The first relates to how they calculate their free cash flow since it can differ due to being a non-GAAP metric, which they state was $1.943b during 2021, as per slide four of their fourth quarter of 2021 results presentation. This differs from my free cash flow calculation of $1.373b because they simply subtract their capital expenditure from their operating cash flow, whereas my approach also considers their various other miscellaneous cash expenses, as listed beneath the first graph included above and were $570m during 2021. The primary contributor was their distributions to non-controlling interests that were partly offset by a variety of smaller miscellaneous cash incomes, such as dividends received from equity method investments. Each investor is entitled to their own views but in my eyes, these should be subtracted when calculating their free cash flow to best represent the cash available to fund their shareholder returns. Whilst they will naturally vary across the years, it seems that the $570m seen during 2021 makes for a reasonable midpoint between their high of $1.136b during 2020 and low of only $84m during 2019.
The second caveat relates to the exclusions from their free cash flow estimations, which do not include their interest, exploration nor general sales and administration expenses, as noted at the bottom of slide twenty-five of their previously linked fourth quarter of 2021 results presentation. Throughout 2021 these were $303m, $287m and $151m respectively, thereby totaling $741m that if also subtracted from the circa $5b per annum free cash flow estimation from management leaves circa $3.7b of estimated free cash flow as per my more stringent calculations. Despite this lower free cash flow, it still nevertheless sees a high near 9% free cash flow yield against their current market capitalization of approximately $42b, which shareholders can expect to see directed towards their pockets given their extremely clean financial position that sports zero leverage.
Following years of focusing upon deleveraging, they ended 2020 with a very impressive $33m net cash position that has grown slightly to $130m following the end of 2021, despite their record shareholder returns thanks to relatively minor divestitures and exchange rate movements. This obviously means that they have zero leverage, thereby making it redundant to assess their leverage any further since they clearly have no handbrakes upon returning all of their free cash flow to their shareholders. When looking ahead, the price of gold and copper will continue fluctuating but thankfully, this nevertheless still supports the potential to see a high single-digit dividend yield that could even reach near 9% on current cost as they have few options but to keep returning their free cash flow to their shareholders.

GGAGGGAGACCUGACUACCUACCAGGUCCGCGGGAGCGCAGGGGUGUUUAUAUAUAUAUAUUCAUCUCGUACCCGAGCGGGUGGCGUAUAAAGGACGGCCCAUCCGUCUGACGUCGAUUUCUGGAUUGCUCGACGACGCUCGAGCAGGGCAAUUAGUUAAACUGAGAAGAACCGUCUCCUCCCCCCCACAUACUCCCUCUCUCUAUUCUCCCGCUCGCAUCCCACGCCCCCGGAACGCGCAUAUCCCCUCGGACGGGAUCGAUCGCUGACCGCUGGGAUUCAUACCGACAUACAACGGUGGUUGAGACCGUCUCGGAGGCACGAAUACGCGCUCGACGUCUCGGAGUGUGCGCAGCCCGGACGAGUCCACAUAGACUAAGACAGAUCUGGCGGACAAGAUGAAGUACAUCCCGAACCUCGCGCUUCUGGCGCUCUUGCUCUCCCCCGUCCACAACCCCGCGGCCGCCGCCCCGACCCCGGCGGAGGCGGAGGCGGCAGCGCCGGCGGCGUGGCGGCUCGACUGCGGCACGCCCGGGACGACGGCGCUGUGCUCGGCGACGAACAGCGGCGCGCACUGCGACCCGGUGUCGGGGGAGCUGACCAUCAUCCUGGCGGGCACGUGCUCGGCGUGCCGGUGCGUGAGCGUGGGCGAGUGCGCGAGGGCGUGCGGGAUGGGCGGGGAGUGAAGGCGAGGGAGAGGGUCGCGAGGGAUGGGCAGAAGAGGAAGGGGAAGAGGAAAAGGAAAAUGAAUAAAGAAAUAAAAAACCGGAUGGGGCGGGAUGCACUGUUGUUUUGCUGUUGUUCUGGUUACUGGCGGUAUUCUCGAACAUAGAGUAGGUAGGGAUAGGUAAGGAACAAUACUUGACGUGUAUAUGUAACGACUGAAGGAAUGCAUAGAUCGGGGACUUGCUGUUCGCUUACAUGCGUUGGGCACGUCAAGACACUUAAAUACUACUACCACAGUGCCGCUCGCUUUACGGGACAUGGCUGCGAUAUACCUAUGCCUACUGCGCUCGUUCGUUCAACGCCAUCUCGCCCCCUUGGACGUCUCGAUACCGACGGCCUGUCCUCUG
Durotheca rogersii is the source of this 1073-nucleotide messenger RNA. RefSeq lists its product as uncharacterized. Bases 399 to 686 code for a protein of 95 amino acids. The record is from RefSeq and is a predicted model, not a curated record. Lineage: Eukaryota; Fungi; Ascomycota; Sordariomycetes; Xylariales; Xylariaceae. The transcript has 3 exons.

When turning to their liquidity, rather unsurprisingly, their very large cash balance of $5.28b firmly places it within the strong territory with current and cash ratios of 3.95 and 2.53 respectively. This should easily be maintained in the future as they continue generating free cash flow at a variety of different gold and copper prices whilst their variable shareholder returns policy adjusts their cash outflows to suit the prevailing operating conditions. Since they enjoy a net cash position, they have no issues meeting future debt maturities, plus as a dominant player in the gold mining industry, they should see easy access to debt markets if required, even if central banks tighten monetary policy.
The idea of profiting from war is certainly not appealing but objectively speaking, the world seems to be entering a new era of higher geopolitical tensions and inflation, which are both powerful drivers for higher gold and copper prices. Since they have the benefit of zero leverage, their shareholders stand to see their pockets swell with more special dividends likely forthcoming, thereby seeing the potential for a high near 9% yield on current cost and thus I believe that a buy rating is appropriate.
Notes: Unless specified otherwise, all figures in this article were taken from Barrick Gold’s SEC filings, all calculated figures were performed by the author.